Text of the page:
How many people in prison are parents?

Nearly two in five people in Australia’s prisons are parents. 38% of people in prison have a child in the community who depends on them for basic needs (AIHW, 2018). Due to a lack of publicly available data, we don’t know exactly how many people in Victorian prisons are mums and dads, but based on the national rate, we can estimate around 3,000 Victorian parents are in prison.

How many kids have a parent in prison?

Research estimates around 5% of children will have a parent go to prison (Quilty, Dowell). That’s around 235,000 Australian children who will have a parent go to prison, or 45,000 children in Victoria.

More than 20% of Aboriginal and Torres Strait Islander children will experience their parent’s incarceration (Quilty, Dowell).

How children of prisoners end up in prison themselves?

Imprisonment can become an intergenerational problem. Nearly one in five people in Australian prisons had a parent or carer in prison during their childhood. That number rises to 31% of Aboriginal and Torres Strait Islander people, compared to 11% for non-Indigenous people.

Younger prison entrants also report a higher rate of parental incarceration: 25% of 18 to 24-year-olds in prison have had a parent imprisoned, while 10% of people aged over 45 have had a parent in prison.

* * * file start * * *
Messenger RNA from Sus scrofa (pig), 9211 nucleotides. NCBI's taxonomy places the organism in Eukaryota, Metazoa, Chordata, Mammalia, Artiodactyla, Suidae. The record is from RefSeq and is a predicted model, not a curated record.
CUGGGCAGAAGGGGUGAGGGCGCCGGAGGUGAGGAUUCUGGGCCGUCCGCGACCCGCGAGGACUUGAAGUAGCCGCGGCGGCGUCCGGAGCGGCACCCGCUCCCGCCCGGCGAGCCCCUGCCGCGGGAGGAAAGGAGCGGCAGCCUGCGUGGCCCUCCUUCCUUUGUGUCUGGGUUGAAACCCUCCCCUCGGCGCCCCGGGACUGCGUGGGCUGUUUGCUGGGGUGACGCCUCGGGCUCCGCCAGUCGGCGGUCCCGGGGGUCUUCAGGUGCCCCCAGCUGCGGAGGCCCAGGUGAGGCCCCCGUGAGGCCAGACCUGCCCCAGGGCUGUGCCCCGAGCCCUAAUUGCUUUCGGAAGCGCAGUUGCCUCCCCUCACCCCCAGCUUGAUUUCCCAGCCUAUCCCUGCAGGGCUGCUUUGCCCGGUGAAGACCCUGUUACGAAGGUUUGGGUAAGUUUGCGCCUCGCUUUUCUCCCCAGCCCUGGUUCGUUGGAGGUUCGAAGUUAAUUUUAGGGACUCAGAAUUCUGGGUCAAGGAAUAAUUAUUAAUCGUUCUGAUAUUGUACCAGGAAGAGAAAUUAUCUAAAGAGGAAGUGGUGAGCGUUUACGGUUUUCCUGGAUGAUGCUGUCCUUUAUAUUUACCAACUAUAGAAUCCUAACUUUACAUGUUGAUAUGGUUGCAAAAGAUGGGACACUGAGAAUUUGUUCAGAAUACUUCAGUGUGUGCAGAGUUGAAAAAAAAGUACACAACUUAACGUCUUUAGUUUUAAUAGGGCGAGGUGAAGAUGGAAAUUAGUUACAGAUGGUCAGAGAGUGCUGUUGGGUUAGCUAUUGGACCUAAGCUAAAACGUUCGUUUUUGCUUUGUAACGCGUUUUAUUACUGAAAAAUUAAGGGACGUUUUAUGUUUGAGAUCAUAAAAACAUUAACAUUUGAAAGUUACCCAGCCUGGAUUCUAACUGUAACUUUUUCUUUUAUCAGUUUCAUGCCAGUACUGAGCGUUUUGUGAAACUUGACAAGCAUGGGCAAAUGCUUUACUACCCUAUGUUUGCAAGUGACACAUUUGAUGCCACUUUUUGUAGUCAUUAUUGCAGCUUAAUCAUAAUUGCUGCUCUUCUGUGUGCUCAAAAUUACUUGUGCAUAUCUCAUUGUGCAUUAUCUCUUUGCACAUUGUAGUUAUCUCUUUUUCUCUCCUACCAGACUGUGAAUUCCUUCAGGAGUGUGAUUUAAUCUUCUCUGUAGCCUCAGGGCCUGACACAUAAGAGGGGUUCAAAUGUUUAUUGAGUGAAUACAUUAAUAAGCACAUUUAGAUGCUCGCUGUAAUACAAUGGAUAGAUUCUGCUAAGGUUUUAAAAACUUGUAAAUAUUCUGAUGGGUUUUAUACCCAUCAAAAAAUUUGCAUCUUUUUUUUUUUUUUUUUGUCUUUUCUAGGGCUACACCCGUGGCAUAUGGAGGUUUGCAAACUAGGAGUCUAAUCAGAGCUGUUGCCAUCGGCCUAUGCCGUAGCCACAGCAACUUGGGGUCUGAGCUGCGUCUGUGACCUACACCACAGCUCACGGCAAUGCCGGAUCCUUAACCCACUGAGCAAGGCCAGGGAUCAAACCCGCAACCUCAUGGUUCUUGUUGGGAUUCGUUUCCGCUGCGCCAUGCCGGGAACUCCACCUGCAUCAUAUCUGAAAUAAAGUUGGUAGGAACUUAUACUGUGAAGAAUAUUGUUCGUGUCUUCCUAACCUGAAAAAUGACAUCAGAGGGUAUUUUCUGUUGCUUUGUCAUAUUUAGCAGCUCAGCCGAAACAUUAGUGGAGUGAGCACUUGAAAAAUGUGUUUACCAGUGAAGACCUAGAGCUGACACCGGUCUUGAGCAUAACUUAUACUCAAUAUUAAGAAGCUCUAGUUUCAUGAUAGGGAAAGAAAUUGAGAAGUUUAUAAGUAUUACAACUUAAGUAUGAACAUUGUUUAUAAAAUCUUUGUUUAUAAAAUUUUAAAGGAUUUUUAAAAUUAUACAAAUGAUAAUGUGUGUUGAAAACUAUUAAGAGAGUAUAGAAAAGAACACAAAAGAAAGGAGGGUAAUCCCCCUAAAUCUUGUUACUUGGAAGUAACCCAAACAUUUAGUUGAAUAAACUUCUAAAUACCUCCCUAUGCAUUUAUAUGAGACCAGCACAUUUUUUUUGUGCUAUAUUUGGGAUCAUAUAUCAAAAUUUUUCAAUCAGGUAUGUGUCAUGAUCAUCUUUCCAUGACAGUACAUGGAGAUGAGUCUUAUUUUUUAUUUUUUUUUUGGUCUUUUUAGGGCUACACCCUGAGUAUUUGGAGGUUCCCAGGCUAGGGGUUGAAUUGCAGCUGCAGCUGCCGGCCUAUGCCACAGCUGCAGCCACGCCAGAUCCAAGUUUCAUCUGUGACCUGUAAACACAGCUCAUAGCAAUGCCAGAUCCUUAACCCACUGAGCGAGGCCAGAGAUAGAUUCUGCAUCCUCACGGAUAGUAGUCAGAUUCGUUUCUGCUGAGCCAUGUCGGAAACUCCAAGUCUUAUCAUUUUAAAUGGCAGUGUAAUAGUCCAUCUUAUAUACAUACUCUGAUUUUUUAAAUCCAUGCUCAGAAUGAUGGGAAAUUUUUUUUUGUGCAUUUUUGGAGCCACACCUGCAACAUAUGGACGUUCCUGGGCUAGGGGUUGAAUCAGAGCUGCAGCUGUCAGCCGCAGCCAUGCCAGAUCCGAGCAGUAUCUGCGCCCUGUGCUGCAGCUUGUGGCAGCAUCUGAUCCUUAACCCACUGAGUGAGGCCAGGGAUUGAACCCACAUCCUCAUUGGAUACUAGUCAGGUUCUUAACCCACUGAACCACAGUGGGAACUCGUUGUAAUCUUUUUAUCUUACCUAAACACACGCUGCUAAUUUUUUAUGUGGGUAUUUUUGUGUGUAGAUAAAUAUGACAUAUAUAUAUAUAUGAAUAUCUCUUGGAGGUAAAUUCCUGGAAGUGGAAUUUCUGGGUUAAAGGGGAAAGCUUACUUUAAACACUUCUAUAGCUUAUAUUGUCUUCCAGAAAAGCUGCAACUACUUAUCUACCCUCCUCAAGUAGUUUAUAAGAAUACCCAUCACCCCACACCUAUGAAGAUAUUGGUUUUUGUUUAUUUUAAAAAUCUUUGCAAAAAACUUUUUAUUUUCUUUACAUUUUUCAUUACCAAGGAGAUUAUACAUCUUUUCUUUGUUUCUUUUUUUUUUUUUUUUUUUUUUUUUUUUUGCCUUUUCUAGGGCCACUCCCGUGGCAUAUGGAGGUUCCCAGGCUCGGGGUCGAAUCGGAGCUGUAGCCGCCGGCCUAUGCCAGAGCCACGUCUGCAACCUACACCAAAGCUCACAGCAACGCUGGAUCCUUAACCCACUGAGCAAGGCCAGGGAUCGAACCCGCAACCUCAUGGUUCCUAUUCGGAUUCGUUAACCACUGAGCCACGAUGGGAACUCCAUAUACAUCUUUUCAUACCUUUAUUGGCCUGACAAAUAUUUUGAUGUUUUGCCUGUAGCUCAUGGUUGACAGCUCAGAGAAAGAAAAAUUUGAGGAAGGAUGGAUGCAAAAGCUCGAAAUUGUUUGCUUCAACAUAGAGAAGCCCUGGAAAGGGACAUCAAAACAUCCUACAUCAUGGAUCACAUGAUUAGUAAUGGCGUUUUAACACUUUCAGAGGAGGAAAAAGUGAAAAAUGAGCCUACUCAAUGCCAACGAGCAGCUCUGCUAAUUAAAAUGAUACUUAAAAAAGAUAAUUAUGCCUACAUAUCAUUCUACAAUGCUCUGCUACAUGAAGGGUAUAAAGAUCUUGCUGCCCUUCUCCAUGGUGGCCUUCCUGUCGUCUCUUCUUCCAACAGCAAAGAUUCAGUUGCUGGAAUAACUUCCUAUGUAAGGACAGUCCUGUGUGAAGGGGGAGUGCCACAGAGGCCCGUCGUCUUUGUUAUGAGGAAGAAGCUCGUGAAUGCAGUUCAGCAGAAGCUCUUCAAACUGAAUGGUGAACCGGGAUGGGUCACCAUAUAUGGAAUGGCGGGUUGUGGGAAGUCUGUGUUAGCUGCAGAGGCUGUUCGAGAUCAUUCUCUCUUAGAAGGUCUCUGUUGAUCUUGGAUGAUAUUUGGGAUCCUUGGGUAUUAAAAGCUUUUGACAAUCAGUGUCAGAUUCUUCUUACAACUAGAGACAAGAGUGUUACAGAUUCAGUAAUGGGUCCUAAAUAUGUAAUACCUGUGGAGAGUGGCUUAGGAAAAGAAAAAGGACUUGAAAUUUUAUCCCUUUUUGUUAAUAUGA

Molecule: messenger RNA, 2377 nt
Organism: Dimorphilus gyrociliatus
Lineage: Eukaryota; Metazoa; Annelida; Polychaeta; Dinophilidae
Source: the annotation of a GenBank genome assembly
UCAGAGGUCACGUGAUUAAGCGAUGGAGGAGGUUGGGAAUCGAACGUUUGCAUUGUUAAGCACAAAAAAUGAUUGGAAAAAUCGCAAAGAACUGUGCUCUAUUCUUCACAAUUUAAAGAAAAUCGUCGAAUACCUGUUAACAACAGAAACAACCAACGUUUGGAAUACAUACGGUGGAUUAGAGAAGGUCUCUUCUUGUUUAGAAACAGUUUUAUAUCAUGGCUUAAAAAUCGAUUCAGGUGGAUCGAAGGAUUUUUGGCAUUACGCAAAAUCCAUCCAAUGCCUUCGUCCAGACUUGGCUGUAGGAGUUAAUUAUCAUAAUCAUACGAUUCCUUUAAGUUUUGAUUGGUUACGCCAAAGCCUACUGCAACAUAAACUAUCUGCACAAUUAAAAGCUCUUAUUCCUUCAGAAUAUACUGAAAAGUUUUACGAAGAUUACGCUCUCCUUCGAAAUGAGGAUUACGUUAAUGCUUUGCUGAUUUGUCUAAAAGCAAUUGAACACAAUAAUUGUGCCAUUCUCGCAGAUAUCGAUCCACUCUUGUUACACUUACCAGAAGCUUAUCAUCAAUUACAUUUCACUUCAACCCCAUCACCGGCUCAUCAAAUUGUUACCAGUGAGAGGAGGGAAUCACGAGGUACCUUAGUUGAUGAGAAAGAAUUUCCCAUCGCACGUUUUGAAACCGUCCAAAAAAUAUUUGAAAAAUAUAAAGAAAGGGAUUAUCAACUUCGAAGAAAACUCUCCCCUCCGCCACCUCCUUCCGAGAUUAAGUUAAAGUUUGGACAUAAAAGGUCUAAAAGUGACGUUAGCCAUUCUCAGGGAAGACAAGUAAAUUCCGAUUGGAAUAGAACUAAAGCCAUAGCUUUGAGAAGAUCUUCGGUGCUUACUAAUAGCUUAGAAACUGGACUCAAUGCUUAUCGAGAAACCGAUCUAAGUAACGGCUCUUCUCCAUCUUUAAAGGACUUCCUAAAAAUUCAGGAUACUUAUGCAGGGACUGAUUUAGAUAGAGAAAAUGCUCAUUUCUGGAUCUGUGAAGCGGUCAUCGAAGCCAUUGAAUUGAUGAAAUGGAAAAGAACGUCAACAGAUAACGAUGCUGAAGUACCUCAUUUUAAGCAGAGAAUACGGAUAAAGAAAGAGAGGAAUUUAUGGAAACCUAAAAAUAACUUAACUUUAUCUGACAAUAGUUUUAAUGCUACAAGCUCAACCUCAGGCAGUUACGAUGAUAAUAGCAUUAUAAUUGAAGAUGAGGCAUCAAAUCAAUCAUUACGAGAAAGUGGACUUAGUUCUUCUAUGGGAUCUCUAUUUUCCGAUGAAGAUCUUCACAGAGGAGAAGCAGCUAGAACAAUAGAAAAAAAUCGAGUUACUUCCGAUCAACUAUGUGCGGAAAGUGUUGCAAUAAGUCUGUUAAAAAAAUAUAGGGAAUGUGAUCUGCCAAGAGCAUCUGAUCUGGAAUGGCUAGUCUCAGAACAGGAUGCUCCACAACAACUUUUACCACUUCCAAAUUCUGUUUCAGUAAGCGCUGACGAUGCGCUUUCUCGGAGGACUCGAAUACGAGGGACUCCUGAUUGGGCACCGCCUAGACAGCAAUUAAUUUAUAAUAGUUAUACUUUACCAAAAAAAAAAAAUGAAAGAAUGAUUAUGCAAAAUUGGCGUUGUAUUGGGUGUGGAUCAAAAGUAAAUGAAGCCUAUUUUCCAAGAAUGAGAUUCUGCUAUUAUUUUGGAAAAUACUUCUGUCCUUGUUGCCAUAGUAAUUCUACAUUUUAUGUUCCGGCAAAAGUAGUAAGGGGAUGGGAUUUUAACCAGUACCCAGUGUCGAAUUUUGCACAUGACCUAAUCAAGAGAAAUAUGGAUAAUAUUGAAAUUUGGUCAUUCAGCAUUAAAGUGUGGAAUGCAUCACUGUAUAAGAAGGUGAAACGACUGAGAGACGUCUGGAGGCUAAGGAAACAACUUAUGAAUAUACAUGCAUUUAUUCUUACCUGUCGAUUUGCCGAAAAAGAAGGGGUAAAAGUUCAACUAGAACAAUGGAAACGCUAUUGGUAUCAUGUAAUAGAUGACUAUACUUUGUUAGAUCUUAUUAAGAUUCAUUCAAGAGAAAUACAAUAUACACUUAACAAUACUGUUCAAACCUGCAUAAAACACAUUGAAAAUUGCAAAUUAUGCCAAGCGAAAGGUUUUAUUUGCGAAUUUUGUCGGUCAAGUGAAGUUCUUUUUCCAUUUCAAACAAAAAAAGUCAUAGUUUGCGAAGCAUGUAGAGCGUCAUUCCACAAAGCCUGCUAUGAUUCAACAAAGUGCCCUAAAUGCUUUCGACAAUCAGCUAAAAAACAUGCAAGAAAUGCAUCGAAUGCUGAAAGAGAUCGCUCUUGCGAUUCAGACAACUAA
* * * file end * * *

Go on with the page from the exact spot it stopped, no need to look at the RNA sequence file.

How does a parent’s imprisonment affect people?

When a person is imprisoned, it can affect their entire family.

Some impacts include:

  • Experiencing stigma, shame, grief, and hopelessness
  • Children being placed into foster or kinship care, or caring for younger siblings
  • Financial challenges
  • Poor communication with parents in prison and limited or no visits
  • Feelings of anger, anxiety, loss and low self-esteem
  • Few opportunities for parents to use parenting skills or feel like a parent
  • Expectations around a parent’s release from prison
What can be done?

Organisations like VACRO are working to keep families and communities connected when a person goes to prison. Our work includes:

  • Family counselling and parenting strategies for eligible parents in prison, to help keep relationships strong.
  • Maintaining family connections through video visits to prisons, made from the comfort of a child’s own home.
  • Meeting some of the costs of travel and accommodation for Aboriginal and Torres Strait Islander families visiting loved ones in Victorian prisons.
  • Organising family activities and school holiday fun for kids with parents in prison.
Resources for families

We have resources and information available for families with a loved one in prison.

View VACRO's resources